WARRENSBURG - The federal government has now committed its support and money to a North Country health-care initiative that is intended to make medical services more efficient, effective and responsive to patients' needs.
The Adirondack Medical Home Pilot program, developed and implemented this year by a group of health care chains that includes Hudson Headwaters Health Network, is one of eight nationwide to be included in a demonstration project from the Center for Medicare and Medicaid Services within the U.S. Department of Health & Human Services.
The Adirondack Pilot program is a model of health care that emphasizes primary care and enhances coordination with medical specialists. Health-care officials say it is an innovative approach to improve the quality of health care and hold down costs.
Most primary care health care providers in the Adirondack Region are participating, including all 13 of Hudson Headwaters' health centers. Key organizers have been Adirondack Medical Center in Saranac Lake, CVPH in Plattsburgh, as well as Hudson Headwaters.
Hudson Headwaters CEO Dr. John Rugge hailed the announcement of new federal government support.
"We are elated," Rugge said Friday. "In effect, with seven others across the nation, we have won the competition to redesign primary care to make our services as effective as possible. This selection by Medicare represents a huge source of support and vote of confidence in us."
Until now, seven payers including Medicaid, the Empire Plan for state employees and the five leading private insurers, have been participating in the Pilot. These payers provide additional reimbursement to primary care doctors in return for new, expanded services including same-day appointments, health education and enhanced coordination of care.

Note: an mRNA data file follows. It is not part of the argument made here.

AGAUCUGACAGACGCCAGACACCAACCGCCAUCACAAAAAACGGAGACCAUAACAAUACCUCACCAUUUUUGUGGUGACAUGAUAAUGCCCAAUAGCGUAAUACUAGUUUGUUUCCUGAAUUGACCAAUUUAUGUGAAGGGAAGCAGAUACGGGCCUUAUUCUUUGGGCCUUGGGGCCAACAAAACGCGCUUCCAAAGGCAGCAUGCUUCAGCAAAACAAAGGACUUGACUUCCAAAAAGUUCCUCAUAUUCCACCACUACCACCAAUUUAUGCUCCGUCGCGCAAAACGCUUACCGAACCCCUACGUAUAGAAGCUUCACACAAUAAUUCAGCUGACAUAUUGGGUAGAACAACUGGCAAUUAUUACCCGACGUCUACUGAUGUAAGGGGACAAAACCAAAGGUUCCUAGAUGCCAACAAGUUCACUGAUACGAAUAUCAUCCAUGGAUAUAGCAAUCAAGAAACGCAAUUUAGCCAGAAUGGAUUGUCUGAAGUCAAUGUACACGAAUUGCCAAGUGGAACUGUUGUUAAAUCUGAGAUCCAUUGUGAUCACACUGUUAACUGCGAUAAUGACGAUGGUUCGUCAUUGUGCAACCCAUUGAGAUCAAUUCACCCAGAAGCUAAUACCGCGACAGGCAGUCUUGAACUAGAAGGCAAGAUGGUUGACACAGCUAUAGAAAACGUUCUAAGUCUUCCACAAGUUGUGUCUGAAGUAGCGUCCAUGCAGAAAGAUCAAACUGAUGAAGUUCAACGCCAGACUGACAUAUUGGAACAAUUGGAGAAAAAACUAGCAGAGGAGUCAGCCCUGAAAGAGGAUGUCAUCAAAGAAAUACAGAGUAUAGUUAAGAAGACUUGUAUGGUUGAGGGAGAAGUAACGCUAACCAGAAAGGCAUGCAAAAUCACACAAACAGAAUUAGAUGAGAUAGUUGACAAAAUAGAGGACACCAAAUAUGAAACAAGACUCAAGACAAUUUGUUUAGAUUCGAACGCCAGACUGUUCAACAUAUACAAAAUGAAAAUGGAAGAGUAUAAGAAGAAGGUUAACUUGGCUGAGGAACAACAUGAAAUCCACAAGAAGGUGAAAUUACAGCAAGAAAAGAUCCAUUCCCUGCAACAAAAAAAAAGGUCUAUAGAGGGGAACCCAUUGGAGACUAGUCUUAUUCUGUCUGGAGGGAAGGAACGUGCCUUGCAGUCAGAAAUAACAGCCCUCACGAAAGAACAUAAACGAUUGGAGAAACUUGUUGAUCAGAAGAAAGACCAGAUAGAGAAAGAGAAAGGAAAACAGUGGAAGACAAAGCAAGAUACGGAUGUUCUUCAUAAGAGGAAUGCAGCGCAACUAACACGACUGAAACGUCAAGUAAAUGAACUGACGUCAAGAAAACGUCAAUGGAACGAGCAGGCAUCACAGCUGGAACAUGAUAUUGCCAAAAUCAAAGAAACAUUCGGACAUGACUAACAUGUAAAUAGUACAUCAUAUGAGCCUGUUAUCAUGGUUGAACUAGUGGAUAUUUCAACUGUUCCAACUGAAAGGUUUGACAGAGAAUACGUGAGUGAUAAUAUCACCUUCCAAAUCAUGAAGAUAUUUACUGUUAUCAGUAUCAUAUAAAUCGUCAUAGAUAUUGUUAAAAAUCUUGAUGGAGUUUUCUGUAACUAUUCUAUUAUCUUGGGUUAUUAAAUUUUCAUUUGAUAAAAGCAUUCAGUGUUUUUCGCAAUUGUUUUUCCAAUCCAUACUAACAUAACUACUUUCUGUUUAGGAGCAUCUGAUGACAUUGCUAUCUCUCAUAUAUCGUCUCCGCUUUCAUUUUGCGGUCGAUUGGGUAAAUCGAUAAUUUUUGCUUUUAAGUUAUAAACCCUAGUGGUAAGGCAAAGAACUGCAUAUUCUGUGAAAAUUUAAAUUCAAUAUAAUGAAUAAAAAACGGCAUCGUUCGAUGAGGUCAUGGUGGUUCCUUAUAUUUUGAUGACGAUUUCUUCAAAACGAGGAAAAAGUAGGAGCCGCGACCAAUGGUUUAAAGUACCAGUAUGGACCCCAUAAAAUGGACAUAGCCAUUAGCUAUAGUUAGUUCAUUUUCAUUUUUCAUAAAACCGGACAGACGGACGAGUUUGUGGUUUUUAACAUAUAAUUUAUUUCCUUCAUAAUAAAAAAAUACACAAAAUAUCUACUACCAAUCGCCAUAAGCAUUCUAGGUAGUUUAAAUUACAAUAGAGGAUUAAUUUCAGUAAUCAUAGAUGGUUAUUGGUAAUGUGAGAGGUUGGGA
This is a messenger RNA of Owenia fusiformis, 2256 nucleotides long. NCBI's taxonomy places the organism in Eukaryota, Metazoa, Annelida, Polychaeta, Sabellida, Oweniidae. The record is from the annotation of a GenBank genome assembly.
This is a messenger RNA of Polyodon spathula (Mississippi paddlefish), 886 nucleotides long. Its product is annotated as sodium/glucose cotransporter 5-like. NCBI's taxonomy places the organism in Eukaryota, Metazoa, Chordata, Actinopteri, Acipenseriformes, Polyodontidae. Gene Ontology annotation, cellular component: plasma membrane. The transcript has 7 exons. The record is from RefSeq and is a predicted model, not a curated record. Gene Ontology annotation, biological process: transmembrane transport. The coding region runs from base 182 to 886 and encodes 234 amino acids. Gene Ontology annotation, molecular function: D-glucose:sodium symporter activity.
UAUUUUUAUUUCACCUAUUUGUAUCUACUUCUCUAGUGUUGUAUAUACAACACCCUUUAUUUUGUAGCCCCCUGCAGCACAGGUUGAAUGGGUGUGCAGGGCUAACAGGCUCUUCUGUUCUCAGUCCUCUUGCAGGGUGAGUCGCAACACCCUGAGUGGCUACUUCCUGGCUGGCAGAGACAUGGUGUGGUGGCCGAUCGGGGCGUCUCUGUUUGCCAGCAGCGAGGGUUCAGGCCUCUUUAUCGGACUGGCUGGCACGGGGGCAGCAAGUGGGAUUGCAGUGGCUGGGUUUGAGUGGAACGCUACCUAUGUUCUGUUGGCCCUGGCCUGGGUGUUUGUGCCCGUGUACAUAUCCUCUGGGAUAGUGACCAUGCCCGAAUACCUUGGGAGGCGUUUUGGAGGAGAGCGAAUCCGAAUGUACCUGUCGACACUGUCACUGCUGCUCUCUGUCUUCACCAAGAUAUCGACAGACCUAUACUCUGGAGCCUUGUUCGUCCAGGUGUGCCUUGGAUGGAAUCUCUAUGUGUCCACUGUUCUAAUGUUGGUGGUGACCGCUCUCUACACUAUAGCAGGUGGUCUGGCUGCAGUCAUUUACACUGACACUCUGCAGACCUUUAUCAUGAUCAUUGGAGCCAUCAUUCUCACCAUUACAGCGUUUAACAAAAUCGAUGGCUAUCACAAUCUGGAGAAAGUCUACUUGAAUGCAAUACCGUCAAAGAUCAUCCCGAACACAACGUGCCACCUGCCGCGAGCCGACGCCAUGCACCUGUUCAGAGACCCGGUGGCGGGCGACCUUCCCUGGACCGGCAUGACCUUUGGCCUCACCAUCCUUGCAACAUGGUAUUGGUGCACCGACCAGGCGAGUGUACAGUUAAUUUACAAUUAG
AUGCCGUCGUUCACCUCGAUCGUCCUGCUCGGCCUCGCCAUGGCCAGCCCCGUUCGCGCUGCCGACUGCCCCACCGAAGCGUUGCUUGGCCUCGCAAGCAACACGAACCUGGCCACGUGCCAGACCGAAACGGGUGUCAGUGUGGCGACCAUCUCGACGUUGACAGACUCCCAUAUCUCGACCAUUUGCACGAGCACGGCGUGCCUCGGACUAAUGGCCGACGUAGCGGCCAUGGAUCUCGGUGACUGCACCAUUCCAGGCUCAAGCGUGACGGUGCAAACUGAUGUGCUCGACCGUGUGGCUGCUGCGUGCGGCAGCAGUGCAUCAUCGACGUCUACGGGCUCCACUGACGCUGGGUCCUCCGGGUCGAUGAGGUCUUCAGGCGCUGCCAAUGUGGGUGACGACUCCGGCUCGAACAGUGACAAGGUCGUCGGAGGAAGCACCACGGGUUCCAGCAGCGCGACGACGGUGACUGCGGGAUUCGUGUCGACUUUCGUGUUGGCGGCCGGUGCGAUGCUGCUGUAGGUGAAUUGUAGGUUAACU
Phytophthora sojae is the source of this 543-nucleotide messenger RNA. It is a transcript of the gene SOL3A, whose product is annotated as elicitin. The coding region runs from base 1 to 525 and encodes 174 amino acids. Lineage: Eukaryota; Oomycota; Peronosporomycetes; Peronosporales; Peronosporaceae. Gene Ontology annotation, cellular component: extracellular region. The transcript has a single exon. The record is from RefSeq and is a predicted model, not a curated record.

The announcement from Washington means that Medicare will join the Pilot to support the additional payments and new services for seniors.
"Our success with the Pilot program builds on years and years of dedicated local support to obtain this kind of matching effort from Washington," said Dr. William O'Dwyer, chairman of the board of Hudson Headwaters. "Now we are national leaders in primary care for sure."
In announcing the award, U.S. Sen. Charles Schumer said the Adirondack Home Pilot program combats the number-one problem nationally with health care - that waste, duplication and lack of coordination in services means the cost doesn't always match the service.
"The Adirondack Region Medical Home has been recognized as an innovator that will change how our health care system works - putting patients first," Schumer said, noting that the Pilot will test payment methods that could lead the way to cost-saving changes nationwide.
Medicare's demonstration project will provide an additional $3 million in support to primary care providers participating in the Pilot, and it will help to recruit and retain physicians.
Rugge said Friday that Hudson Headwaters and the other entities in the Pilot were appreciative of the new financial support and endorsements.
"We thank Sen. Schumer for his amazing work in advocating for us with back-up every step of the way from Senator Gillibrand, Congressman Owens, and Congressman Murphy," Rugge said. "Health care policymakers from across the country will be watching what we do here in the next few years," he said. "Our work, if successful, will improve health care in our region, while serving as a model for the nation."